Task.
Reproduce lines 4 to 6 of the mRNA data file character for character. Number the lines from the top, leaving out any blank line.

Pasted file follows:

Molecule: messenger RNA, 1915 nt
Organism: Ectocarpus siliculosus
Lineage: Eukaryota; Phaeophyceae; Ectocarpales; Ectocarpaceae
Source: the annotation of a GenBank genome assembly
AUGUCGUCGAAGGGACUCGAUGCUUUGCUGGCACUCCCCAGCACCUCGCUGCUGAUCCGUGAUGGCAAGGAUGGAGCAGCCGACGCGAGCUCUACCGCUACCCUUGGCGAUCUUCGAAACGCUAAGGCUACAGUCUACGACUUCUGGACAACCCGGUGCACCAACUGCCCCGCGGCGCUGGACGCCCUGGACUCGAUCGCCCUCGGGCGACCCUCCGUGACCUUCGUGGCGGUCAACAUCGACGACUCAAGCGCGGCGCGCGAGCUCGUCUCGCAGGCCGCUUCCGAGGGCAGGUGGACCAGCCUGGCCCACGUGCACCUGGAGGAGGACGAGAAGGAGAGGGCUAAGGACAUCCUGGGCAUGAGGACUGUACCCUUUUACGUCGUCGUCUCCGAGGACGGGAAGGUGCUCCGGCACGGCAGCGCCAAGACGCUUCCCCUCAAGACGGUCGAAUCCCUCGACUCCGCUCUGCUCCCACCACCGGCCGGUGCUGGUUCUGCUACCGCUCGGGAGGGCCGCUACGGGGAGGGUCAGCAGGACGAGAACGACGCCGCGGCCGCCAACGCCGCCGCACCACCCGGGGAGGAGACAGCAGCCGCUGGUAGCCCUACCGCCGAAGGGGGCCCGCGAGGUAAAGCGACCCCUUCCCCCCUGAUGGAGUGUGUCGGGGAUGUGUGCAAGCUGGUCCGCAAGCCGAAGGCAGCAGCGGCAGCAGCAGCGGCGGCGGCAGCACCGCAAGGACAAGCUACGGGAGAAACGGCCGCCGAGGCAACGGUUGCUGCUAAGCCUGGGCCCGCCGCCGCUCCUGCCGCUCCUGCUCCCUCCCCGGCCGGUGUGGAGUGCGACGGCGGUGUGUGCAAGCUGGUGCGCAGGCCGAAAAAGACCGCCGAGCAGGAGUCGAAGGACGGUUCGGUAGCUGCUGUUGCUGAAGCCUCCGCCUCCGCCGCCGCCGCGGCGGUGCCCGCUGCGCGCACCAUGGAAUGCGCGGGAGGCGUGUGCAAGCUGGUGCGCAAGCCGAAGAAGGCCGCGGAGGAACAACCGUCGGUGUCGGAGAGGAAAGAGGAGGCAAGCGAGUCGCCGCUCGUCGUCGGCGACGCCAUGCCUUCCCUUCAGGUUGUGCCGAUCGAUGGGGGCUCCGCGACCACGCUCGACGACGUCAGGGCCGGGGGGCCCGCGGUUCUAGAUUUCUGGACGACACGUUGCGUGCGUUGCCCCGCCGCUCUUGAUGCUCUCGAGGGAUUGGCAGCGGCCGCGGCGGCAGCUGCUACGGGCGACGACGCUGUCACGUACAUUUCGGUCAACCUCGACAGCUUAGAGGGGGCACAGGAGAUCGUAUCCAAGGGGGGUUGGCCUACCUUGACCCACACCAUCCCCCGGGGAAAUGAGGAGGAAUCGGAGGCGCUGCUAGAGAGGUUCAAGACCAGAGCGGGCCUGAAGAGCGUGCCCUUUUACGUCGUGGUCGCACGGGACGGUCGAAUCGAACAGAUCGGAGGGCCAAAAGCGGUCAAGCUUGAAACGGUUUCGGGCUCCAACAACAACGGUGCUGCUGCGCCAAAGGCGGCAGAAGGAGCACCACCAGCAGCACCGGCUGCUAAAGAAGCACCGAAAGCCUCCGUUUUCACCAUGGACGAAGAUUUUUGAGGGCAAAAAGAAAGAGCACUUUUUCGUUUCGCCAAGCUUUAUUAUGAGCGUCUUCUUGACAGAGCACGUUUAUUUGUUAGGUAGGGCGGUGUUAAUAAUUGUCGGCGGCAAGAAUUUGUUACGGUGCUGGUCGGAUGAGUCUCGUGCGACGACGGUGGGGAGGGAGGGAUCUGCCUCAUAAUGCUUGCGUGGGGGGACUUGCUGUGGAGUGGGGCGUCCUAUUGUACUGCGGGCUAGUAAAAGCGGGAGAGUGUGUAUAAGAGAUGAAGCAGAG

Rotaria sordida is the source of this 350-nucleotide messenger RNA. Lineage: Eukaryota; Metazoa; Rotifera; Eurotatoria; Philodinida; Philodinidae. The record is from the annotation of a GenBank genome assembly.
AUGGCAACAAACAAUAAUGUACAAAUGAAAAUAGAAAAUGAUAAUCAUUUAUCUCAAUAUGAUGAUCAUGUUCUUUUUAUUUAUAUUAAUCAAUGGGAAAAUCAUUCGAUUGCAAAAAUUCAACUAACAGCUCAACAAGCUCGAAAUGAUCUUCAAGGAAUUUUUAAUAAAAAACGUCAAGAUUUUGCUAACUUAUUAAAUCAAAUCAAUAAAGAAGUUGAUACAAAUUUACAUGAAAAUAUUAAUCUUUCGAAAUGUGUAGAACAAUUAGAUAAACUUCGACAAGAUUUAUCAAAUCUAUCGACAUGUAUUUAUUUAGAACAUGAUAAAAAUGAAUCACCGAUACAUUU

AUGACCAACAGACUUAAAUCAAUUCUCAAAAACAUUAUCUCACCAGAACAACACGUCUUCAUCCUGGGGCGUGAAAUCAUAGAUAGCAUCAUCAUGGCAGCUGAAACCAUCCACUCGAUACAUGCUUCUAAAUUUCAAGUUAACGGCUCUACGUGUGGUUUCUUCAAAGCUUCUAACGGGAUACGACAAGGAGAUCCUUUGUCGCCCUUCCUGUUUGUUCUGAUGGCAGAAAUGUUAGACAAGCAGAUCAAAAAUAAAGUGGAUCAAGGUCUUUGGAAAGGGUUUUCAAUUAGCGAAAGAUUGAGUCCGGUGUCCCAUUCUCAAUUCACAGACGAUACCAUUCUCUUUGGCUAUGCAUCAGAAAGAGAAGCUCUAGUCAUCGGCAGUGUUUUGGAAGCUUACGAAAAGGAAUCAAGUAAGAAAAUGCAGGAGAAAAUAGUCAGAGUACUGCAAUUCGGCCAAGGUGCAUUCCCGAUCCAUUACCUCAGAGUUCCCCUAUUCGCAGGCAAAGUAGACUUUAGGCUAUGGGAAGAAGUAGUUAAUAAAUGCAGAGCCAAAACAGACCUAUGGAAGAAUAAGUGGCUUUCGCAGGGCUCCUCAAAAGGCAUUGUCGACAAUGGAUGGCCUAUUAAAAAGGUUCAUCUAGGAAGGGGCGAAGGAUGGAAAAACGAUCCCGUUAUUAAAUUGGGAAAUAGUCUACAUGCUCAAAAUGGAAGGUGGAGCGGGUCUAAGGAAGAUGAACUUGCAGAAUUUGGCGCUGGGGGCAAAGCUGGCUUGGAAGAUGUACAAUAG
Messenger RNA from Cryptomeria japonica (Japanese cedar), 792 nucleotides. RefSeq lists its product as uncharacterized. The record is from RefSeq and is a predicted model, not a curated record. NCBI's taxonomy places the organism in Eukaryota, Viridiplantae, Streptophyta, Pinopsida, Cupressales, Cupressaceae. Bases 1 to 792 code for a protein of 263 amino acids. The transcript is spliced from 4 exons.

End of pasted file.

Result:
Source: the annotation of a GenBank genome assembly
AUGUCGUCGAAGGGACUCGAUGCUUUGCUGGCACUCCCCAGCACCUCGCUGCUGAUCCGUGAUGGCAAGGAUGGAGCAGCCGACGCGAGCUCUACCGCUACCCUUGGCGAUCUUCGAAACGCUAAGGCUACAGUCUACGACUUCUGGACAACCCGGUGCACCAACUGCCCCGCGGCGCUGGACGCCCUGGACUCGAUCGCCCUCGGGCGACCCUCCGUGACCUUCGUGGCGGUCAACAUCGACGACUCAAGCGCGGCGCGCGAGCUCGUCUCGCAGGCCGCUUCCGAGGGCAGGUGGACCAGCCUGGCCCACGUGCACCUGGAGGAGGACGAGAAGGAGAGGGCUAAGGACAUCCUGGGCAUGAGGACUGUACCCUUUUACGUCGUCGUCUCCGAGGACGGGAAGGUGCUCCGGCACGGCAGCGCCAAGACGCUUCCCCUCAAGACGGUCGAAUCCCUCGACUCCGCUCUGCUCCCACCACCGGCCGGUGCUGGUUCUGCUACCGCUCGGGAGGGCCGCUACGGGGAGGGUCAGCAGGACGAGAACGACGCCGCGGCCGCCAACGCCGCCGCACCACCCGGGGAGGAGACAGCAGCCGCUGGUAGCCCUACCGCCGAAGGGGGCCCGCGAGGUAAAGCGACCCCUUCCCCCCUGAUGGAGUGUGUCGGGGAUGUGUGCAAGCUGGUCCGCAAGCCGAAGGCAGCAGCGGCAGCAGCAGCGGCGGCGGCAGCACCGCAAGGACAAGCUACGGGAGAAACGGCCGCCGAGGCAACGGUUGCUGCUAAGCCUGGGCCCGCCGCCGCUCCUGCCGCUCCUGCUCCCUCCCCGGCCGGUGUGGAGUGCGACGGCGGUGUGUGCAAGCUGGUGCGCAGGCCGAAAAAGACCGCCGAGCAGGAGUCGAAGGACGGUUCGGUAGCUGCUGUUGCUGAAGCCUCCGCCUCCGCCGCCGCCGCGGCGGUGCCCGCUGCGCGCACCAUGGAAUGCGCGGGAGGCGUGUGCAAGCUGGUGCGCAAGCCGAAGAAGGCCGCGGAGGAACAACCGUCGGUGUCGGAGAGGAAAGAGGAGGCAAGCGAGUCGCCGCUCGUCGUCGGCGACGCCAUGCCUUCCCUUCAGGUUGUGCCGAUCGAUGGGGGCUCCGCGACCACGCUCGACGACGUCAGGGCCGGGGGGCCCGCGGUUCUAGAUUUCUGGACGACACGUUGCGUGCGUUGCCCCGCCGCUCUUGAUGCUCUCGAGGGAUUGGCAGCGGCCGCGGCGGCAGCUGCUACGGGCGACGACGCUGUCACGUACAUUUCGGUCAACCUCGACAGCUUAGAGGGGGCACAGGAGAUCGUAUCCAAGGGGGGUUGGCCUACCUUGACCCACACCAUCCCCCGGGGAAAUGAGGAGGAAUCGGAGGCGCUGCUAGAGAGGUUCAAGACCAGAGCGGGCCUGAAGAGCGUGCCCUUUUACGUCGUGGUCGCACGGGACGGUCGAAUCGAACAGAUCGGAGGGCCAAAAGCGGUCAAGCUUGAAACGGUUUCGGGCUCCAACAACAACGGUGCUGCUGCGCCAAAGGCGGCAGAAGGAGCACCACCAGCAGCACCGGCUGCUAAAGAAGCACCGAAAGCCUCCGUUUUCACCAUGGACGAAGAUUUUUGAGGGCAAAAAGAAAGAGCACUUUUUCGUUUCGCCAAGCUUUAUUAUGAGCGUCUUCUUGACAGAGCACGUUUAUUUGUUAGGUAGGGCGGUGUUAAUAAUUGUCGGCGGCAAGAAUUUGUUACGGUGCUGGUCGGAUGAGUCUCGUGCGACGACGGUGGGGAGGGAGGGAUCUGCCUCAUAAUGCUUGCGUGGGGGGACUUGCUGUGGAGUGGGGCGUCCUAUUGUACUGCGGGCUAGUAAAAGCGGGAGAGUGUGUAUAAGAGAUGAAGCAGAG

Rotaria sordida is the source of this 350-nucleotide messenger RNA. Lineage: Eukaryota; Metazoa; Rotifera; Eurotatoria; Philodinida; Philodinidae. The record is from the annotation of a GenBank genome assembly.